I also associate my party with the Prime Minister’s warm words about Gwyneth Dunwoody. She was the very model of an independent Back Bencher and Select Committee Chairman. She spoke her mind, she had no truck with political correctness, she was courageous in her political beliefs and she—[Interruption.] I can remember exactly where she sat. She was never afraid to hold any Government to account if she thought that they were doing the wrong thing. She will be sorely missed on both sides of the House.
The Prime Minister’s emergency announcement about income tax this morning represents a massive loss of authority. This morning, we have had panicked concessions before he came to the House of Commons. We were told that there would be no back-down; we have had a back-down. We were told that he could not rewrite the Budget; he is rewriting the Budget. We were told that there would be no concessions; there are now massive concessions. So will the Prime Minister tell us whether he is making those changes because he thought he would lose the vote next week?
We have said for some time that we want to do more to help people on low incomes. His party policy, two years ago, was to abolish the 10p rate. Last year, it was to abstain on the 10p rate. This year it is to keep the 10p rate. They are the “no, don’t know, yes” party: they cannot make up their minds what they want to do. We will be consistent in our desire to tackle child poverty.
Consistent? Does the Prime Minister have any idea what a pathetic figure he cuts today? He is making these changes because he thought he would lose the vote. Or is this like the general election that he cancelled even though he thought he was going to win it? Is he not just taking people for fools once again? Why will he not admit it? He is not making these changes because he thinks they are right. He is not making these changes because he wants to help the people whom he hurt. He is making these changes because he was frightened of losing a vote. Why not admit it? Why not be straight with people?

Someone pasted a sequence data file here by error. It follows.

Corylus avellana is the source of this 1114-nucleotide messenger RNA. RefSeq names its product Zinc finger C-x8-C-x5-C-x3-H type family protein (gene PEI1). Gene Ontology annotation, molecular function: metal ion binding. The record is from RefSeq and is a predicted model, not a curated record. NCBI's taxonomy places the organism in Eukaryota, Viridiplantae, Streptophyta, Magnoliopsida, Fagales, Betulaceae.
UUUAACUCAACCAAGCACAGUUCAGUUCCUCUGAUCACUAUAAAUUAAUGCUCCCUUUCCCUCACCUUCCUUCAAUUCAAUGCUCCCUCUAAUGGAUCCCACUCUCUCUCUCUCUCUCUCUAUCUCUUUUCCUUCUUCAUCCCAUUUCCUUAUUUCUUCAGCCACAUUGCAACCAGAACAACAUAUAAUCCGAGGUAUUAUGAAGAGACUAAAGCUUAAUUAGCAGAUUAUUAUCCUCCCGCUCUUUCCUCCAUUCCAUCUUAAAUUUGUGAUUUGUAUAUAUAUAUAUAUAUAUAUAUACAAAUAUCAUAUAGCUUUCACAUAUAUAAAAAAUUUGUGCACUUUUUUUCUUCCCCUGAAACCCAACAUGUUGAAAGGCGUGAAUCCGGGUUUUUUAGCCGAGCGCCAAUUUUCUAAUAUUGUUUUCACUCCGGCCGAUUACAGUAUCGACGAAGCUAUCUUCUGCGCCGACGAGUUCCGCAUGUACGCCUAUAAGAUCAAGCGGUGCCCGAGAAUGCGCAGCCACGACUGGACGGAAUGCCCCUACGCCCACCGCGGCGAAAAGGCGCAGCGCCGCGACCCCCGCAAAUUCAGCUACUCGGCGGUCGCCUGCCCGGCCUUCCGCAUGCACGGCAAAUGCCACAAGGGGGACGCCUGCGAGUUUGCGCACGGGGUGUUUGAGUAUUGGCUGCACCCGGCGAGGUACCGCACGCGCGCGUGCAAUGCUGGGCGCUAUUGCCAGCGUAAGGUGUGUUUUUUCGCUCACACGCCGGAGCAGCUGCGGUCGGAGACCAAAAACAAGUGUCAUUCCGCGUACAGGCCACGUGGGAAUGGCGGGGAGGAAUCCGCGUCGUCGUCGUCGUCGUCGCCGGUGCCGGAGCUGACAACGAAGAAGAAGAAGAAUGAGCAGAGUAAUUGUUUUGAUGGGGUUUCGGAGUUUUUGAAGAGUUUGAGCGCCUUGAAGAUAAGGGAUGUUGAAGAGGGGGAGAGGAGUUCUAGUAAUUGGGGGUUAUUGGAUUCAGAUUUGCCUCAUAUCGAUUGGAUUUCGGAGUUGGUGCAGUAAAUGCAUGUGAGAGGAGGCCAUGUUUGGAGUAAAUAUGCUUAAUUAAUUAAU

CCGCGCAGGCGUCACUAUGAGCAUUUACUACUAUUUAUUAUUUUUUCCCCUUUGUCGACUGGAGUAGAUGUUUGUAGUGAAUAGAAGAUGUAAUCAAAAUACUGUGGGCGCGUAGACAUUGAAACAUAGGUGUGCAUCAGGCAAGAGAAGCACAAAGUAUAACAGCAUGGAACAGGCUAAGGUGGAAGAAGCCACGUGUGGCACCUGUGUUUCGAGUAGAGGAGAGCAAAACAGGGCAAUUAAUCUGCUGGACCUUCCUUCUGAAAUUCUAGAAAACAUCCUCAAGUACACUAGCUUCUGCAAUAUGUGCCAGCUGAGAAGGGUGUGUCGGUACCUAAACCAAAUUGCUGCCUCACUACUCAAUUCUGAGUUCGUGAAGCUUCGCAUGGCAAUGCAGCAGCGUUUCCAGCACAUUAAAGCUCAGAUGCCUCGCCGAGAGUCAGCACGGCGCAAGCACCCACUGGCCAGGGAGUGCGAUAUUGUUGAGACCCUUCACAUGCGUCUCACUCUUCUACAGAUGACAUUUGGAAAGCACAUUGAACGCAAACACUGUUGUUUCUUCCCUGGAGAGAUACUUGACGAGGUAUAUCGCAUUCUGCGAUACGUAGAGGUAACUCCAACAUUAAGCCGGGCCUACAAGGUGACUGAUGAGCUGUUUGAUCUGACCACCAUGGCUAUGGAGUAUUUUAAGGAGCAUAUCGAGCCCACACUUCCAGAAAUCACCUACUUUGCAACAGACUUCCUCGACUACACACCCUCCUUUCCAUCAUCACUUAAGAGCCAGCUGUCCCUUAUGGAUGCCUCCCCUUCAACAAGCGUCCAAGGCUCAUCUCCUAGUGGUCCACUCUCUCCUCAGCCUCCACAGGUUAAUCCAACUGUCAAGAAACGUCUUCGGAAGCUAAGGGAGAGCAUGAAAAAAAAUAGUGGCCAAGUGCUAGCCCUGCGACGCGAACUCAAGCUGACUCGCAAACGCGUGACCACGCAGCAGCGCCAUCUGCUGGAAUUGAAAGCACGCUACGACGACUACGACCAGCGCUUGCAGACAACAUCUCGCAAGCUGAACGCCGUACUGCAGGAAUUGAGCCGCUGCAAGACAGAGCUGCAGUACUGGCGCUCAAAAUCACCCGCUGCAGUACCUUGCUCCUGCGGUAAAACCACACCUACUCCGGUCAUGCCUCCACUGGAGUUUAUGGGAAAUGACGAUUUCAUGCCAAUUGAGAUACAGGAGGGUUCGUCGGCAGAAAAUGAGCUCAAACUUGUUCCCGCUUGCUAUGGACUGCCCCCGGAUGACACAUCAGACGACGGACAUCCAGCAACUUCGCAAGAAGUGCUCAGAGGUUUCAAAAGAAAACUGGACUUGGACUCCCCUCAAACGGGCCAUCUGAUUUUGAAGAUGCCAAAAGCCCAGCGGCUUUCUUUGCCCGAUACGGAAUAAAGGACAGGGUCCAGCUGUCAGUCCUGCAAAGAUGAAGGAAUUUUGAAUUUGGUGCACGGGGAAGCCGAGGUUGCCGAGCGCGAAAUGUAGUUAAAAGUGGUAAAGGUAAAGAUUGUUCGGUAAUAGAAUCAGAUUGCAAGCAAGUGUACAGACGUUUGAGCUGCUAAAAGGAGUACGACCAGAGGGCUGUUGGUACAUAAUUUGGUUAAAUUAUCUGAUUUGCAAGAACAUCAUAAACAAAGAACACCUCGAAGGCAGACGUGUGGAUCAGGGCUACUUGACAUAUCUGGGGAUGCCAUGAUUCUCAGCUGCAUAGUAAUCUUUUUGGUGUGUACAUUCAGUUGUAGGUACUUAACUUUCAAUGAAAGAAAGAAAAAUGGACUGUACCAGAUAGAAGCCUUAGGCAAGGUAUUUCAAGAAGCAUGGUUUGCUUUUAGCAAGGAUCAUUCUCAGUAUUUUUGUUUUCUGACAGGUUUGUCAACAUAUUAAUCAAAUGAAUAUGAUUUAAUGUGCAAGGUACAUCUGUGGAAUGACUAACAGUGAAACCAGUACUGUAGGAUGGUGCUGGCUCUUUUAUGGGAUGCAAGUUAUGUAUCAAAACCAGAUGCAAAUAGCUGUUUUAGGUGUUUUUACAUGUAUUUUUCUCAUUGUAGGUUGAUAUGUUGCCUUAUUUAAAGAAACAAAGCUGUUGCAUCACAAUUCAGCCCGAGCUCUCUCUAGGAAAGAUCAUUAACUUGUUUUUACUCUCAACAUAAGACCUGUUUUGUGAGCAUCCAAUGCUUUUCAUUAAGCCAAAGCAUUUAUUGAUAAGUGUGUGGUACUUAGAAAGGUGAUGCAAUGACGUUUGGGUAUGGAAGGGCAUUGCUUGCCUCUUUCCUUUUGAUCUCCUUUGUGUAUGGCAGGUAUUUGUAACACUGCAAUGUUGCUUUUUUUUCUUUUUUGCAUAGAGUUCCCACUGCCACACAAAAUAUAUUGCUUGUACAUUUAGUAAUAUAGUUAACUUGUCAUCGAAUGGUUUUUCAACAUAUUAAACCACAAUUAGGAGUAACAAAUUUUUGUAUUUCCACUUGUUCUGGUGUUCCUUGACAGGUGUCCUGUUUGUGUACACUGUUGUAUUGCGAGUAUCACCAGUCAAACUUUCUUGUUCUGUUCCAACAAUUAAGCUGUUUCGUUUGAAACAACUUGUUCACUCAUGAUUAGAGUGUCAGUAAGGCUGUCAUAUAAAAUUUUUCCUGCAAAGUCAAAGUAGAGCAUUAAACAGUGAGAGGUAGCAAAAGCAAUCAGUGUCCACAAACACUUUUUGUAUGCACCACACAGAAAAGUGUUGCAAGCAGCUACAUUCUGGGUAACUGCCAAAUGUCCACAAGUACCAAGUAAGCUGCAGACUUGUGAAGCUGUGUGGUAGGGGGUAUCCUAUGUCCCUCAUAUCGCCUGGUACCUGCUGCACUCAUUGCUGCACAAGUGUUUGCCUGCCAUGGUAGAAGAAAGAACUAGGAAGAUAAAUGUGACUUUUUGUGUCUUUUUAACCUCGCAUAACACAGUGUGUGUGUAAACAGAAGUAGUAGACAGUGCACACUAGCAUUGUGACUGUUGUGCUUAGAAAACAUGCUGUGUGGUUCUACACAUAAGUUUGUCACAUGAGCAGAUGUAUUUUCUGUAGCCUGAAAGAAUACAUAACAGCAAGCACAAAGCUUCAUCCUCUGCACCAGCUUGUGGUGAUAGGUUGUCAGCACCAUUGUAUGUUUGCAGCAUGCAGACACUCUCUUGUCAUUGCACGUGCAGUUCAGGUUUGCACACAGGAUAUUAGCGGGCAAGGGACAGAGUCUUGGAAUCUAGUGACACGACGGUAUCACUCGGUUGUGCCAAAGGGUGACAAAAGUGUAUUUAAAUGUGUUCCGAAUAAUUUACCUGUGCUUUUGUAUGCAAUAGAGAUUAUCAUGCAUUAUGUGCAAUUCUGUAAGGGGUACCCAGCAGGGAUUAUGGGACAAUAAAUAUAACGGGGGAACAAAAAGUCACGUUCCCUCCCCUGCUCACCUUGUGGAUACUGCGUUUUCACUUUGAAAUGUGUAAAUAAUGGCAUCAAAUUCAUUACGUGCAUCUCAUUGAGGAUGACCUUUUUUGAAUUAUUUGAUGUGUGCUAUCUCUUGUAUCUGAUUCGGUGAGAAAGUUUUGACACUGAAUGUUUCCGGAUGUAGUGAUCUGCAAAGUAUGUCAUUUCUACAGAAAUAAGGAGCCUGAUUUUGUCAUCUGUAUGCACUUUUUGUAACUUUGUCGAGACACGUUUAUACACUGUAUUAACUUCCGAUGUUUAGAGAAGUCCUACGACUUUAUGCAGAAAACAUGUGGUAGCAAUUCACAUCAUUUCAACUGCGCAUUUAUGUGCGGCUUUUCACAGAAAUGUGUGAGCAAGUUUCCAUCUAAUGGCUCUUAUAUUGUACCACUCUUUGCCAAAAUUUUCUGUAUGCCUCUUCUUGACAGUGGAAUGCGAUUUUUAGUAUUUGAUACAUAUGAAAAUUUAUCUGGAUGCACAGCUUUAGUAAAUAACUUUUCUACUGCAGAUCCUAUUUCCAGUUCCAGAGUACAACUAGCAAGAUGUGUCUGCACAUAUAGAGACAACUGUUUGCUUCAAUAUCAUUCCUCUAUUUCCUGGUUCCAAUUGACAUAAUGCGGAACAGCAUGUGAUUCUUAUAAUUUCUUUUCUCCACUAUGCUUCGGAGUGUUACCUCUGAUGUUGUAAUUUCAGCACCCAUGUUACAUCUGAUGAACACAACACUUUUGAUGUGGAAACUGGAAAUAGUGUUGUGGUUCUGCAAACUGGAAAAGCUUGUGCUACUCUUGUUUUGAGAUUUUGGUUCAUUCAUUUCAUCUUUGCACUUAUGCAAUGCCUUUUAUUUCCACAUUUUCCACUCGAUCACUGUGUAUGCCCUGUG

I see the right hon. Gentleman’s new-found enthusiasm for poverty has lasted only a few seconds. Why does he not address the central issue? The central issue is that we are taking more people out of poverty than any previous Government. If we took the advice of the Opposition, we would not have a minimum wage, but 2 million people are better off. If we took his advice, we would not have tax credits, but 6 million people are better off. If we took his advice, there would be £10 billion of tax cuts, depriving the poor of the public services they need. The choice is clear—between a Conservative party that would cut the incomes of the poor and a Labour party that will increase them.
What this is about is weakness, dithering and indecision from the Prime Minister. He talks about the central issue, so let us deal with the central issue. Why did all this begin? This began because as Chancellor of the Exchequer he stood there and presented a tax con Budget to try to wrong-foot the Opposition, to try to pose as a tax-cutter and to try to win a few cheap headlines in the newspapers. He did all that on the back of 5.3 million of the poorest people in our country. Will he admit now that that Budget was a gross miscalculation and it was immoral, and will he apologise for the tax con Budget?